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TEST-Fitch: UK "decongestion" toll roads would have volatility risk
March 23, 2012 / 3:41 PM / 6 years ago

TEST-Fitch: UK "decongestion" toll roads would have volatility risk

March 23 - Toll roads built to reduce congestion are exposed to volatile
traffic volumes, and therefore have a weaker credit profile than toll roads
built on new routes that do not face competition from existing, toll-free roads.
Their status as "peaker facilities" would act as a constraint on ratings
assigned to project companies, Fitch Ratings says.	
	
The U.K. government confirmed in Wednesday's budget that there would be a
feasibility study into "new ownership and financing models" for the U.K. road
network, and that plans to boost capacity and performance on one specific
stretch of road "could be part-funded by tolling."	
	
The announcement followed a speech by David Cameron on Monday, in which the
prime minister said that road tolling is one funding option "for new...capacity"
but that there was no intention to toll existing roads.	
	
We would expect toll roads built to relieve congestion to have a weaker credit
profile than toll roads built to service a new route. As "peaker facilities,"
they benefit more from rises and suffer more from falls in traffic volumes. At
times of economic growth, when overall traffic volumes in a particular transport
corridor rise, growth on the free road is constrained by congestion. Most of the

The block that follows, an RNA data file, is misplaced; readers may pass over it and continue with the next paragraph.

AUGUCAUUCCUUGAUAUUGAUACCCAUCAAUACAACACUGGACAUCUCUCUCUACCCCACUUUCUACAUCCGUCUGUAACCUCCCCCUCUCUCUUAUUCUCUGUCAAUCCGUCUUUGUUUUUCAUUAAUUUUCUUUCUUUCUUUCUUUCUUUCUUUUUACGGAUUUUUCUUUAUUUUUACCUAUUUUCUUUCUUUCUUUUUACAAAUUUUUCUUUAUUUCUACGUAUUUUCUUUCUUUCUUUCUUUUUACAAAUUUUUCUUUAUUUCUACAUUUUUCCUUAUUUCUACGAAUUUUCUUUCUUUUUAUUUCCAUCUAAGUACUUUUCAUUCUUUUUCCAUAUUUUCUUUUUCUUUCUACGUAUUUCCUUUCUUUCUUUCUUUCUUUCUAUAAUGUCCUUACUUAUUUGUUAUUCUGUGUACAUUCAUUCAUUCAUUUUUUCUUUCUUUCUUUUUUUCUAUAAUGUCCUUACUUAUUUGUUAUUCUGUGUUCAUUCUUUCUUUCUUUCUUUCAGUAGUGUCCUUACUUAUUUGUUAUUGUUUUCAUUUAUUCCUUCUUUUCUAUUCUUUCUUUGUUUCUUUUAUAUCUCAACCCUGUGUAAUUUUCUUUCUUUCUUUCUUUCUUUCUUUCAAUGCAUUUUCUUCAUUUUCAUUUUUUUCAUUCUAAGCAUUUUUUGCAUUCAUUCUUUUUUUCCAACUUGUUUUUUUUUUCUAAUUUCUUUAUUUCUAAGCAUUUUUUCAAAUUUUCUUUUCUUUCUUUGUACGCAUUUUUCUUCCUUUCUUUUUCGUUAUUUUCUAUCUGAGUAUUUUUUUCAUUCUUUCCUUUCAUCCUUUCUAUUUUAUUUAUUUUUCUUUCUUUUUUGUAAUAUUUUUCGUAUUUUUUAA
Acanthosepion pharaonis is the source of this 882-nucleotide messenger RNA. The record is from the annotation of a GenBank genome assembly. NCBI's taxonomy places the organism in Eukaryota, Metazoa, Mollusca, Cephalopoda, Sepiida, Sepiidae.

growth is therefore captured by the toll road. When the economy weakens and
overall volumes fall, toll road traffic in turn experiences a greater
contraction. Toll-free travel may also be more attractive in a downturn.	
	
This volatility, which we call the "corridor leverage effect", has been seen for
example in Spain, where a relatively large number of toll roads have
competition.	
	
In the managed lane system that has been developed in the U.S., drivers can
choose between toll and free roads in the same transport corridor based on
real-time estimated travel time information and dynamic pricing. Managed lanes
feature higher revenue volatility. We therefore only see managed lanes as viable
in heavily congested areas.	
	
For a more detailed examination of the corridor leverage effect, see our report
"Resilience of Infrastructure and the Role of Competition" published in November
2011.	
	
The above article originally appeared as a post on the Fitch Wire credit market
commentary page. The original article can be accessed at www.fitchratings.com.
All opinions expressed are those of Fitch Ratings.

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